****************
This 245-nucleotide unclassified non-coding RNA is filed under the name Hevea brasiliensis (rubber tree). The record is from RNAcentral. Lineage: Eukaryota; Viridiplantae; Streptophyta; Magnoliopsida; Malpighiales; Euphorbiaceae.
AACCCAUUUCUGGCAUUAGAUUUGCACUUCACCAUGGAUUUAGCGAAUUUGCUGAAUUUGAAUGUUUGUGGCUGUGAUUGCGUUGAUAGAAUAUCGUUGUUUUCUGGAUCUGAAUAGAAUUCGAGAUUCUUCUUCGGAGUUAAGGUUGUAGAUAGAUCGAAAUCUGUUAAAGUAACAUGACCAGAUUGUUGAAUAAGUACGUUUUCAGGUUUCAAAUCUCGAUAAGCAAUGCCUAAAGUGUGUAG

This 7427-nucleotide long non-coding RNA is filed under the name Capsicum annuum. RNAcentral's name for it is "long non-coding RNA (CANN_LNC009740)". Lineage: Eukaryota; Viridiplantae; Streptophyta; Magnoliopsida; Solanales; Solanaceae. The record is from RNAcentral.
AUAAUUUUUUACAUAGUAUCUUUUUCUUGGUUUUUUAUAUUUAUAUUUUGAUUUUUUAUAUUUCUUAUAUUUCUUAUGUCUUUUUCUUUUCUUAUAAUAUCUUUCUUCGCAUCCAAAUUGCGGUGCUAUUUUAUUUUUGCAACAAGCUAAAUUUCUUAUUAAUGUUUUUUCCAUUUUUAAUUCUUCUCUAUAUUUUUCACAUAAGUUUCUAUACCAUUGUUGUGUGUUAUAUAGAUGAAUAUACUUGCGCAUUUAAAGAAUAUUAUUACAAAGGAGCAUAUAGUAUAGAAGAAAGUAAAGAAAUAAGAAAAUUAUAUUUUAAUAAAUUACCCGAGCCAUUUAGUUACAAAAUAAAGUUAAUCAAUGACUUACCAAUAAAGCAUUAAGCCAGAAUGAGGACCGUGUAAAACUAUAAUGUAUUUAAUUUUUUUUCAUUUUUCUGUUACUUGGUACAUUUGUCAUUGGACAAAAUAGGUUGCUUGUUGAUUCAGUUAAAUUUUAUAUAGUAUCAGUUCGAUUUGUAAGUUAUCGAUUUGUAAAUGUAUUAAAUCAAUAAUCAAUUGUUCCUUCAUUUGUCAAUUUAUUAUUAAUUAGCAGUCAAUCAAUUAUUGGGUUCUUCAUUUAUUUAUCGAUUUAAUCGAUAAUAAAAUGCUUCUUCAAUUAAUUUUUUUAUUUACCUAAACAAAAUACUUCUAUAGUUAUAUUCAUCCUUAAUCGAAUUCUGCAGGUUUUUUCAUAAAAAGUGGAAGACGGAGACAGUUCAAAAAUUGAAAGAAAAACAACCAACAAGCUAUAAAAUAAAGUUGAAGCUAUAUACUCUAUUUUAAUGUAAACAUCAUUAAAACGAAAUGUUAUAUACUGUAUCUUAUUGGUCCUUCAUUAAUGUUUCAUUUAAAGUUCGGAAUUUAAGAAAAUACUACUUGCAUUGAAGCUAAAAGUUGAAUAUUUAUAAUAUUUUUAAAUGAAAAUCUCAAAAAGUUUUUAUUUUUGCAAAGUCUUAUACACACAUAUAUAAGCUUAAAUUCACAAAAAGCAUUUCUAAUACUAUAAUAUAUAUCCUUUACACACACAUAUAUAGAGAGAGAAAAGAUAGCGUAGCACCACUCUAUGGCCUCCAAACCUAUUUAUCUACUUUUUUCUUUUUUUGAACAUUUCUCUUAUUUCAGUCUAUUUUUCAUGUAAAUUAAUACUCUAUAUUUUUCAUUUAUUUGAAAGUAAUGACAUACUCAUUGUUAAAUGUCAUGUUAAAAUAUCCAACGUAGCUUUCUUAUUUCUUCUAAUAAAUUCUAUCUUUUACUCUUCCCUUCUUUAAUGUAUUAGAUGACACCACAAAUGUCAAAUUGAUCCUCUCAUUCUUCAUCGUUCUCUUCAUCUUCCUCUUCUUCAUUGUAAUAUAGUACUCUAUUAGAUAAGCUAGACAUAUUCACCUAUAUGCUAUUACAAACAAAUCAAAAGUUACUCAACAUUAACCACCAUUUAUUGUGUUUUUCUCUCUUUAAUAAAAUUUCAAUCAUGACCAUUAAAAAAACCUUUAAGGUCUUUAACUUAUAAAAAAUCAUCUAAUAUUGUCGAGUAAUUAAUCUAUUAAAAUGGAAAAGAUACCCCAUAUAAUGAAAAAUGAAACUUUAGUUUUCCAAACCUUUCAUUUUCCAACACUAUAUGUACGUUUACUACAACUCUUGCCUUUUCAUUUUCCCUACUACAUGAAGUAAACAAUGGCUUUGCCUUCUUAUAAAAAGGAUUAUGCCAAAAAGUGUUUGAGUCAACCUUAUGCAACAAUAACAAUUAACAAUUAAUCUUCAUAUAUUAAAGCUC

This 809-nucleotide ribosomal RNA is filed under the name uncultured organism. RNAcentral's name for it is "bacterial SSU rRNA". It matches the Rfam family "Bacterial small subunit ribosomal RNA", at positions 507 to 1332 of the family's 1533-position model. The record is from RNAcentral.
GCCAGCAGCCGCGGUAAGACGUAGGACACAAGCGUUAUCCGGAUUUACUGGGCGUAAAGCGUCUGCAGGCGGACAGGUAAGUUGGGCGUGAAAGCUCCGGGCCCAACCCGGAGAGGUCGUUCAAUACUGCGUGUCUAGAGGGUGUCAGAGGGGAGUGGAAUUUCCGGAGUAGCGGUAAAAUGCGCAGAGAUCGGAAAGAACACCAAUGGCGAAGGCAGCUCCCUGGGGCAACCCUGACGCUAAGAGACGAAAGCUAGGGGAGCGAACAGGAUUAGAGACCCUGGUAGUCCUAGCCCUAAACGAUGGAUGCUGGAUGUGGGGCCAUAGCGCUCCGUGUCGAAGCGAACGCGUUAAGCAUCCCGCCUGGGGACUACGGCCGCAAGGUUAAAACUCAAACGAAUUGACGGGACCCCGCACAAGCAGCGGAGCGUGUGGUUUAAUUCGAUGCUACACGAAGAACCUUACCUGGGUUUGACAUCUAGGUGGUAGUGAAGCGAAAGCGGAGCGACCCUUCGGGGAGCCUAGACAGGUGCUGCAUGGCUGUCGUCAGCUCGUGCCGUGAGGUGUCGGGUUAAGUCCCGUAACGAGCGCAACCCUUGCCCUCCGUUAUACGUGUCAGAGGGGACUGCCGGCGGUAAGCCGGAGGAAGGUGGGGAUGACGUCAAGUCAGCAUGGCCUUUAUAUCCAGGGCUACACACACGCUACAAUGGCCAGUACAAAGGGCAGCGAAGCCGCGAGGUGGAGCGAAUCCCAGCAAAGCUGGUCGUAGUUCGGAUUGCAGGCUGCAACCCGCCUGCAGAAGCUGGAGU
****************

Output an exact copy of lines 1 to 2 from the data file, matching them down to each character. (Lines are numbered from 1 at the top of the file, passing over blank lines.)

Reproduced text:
This 245-nucleotide unclassified non-coding RNA is filed under the name Hevea brasiliensis (rubber tree). The record is from RNAcentral. Lineage: Eukaryota; Viridiplantae; Streptophyta; Magnoliopsida; Malpighiales; Euphorbiaceae.
AACCCAUUUCUGGCAUUAGAUUUGCACUUCACCAUGGAUUUAGCGAAUUUGCUGAAUUUGAAUGUUUGUGGCUGUGAUUGCGUUGAUAGAAUAUCGUUGUUUUCUGGAUCUGAAUAGAAUUCGAGAUUCUUCUUCGGAGUUAAGGUUGUAGAUAGAUCGAAAUCUGUUAAAGUAACAUGACCAGAUUGUUGAAUAAGUACGUUUUCAGGUUUCAAAUCUCGAUAAGCAAUGCCUAAAGUGUGUAG